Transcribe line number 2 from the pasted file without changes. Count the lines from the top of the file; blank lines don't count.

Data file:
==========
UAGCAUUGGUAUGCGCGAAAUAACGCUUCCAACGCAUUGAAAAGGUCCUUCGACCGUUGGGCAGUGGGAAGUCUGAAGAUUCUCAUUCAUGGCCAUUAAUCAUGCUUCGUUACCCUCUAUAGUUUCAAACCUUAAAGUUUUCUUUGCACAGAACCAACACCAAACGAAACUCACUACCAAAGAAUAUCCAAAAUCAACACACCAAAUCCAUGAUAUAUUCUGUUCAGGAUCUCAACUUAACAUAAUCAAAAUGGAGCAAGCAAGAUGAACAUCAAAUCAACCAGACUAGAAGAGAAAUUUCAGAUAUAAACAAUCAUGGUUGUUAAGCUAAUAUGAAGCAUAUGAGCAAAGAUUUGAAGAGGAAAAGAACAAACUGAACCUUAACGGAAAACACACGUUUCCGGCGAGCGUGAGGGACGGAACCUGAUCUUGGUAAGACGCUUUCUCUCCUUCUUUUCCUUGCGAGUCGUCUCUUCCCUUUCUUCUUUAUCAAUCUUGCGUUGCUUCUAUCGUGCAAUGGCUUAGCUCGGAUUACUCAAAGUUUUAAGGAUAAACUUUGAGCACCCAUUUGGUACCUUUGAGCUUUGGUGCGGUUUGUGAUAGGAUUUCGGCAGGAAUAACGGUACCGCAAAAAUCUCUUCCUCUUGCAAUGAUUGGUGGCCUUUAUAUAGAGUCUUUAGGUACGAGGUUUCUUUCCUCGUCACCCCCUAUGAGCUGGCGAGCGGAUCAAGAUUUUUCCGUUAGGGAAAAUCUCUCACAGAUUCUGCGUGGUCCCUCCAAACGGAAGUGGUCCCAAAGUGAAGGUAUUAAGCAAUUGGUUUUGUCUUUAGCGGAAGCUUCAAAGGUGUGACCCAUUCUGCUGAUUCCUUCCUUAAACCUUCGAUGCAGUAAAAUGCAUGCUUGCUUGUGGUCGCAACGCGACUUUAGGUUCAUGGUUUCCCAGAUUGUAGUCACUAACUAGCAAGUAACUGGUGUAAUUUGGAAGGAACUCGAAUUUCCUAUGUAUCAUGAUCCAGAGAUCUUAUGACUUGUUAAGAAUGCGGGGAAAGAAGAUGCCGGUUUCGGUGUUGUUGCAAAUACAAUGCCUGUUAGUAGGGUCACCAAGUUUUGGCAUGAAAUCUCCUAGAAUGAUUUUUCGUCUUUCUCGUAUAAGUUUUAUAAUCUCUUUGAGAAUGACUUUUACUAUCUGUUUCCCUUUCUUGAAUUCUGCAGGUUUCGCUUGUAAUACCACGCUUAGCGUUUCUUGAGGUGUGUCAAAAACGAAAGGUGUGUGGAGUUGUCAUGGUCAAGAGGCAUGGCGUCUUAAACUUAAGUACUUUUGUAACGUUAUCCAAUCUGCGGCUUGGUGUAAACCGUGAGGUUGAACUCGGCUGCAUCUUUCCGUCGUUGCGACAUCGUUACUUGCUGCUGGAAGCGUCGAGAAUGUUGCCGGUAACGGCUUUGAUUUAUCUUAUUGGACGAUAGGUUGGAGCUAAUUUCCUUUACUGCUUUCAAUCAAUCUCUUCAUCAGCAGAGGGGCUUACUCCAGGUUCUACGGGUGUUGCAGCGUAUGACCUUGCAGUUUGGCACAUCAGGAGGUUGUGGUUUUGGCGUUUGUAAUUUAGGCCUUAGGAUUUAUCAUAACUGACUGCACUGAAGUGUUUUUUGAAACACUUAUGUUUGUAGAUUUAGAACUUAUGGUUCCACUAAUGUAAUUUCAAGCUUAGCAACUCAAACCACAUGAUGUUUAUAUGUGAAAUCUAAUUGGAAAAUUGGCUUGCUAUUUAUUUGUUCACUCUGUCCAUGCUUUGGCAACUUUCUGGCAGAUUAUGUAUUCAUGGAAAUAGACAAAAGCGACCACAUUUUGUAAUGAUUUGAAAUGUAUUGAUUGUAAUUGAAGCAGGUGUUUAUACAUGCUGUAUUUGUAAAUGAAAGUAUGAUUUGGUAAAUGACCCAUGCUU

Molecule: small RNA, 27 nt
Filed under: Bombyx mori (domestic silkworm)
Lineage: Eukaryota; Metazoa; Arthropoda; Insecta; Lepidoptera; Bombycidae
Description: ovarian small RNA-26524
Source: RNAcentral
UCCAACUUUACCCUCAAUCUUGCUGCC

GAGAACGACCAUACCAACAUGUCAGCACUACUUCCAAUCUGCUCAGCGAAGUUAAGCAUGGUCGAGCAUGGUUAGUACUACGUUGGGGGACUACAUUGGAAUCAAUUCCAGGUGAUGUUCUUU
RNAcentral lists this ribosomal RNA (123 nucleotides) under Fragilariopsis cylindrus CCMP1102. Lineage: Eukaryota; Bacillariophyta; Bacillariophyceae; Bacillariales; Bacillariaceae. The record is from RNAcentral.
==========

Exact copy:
Molecule: small RNA, 27 nt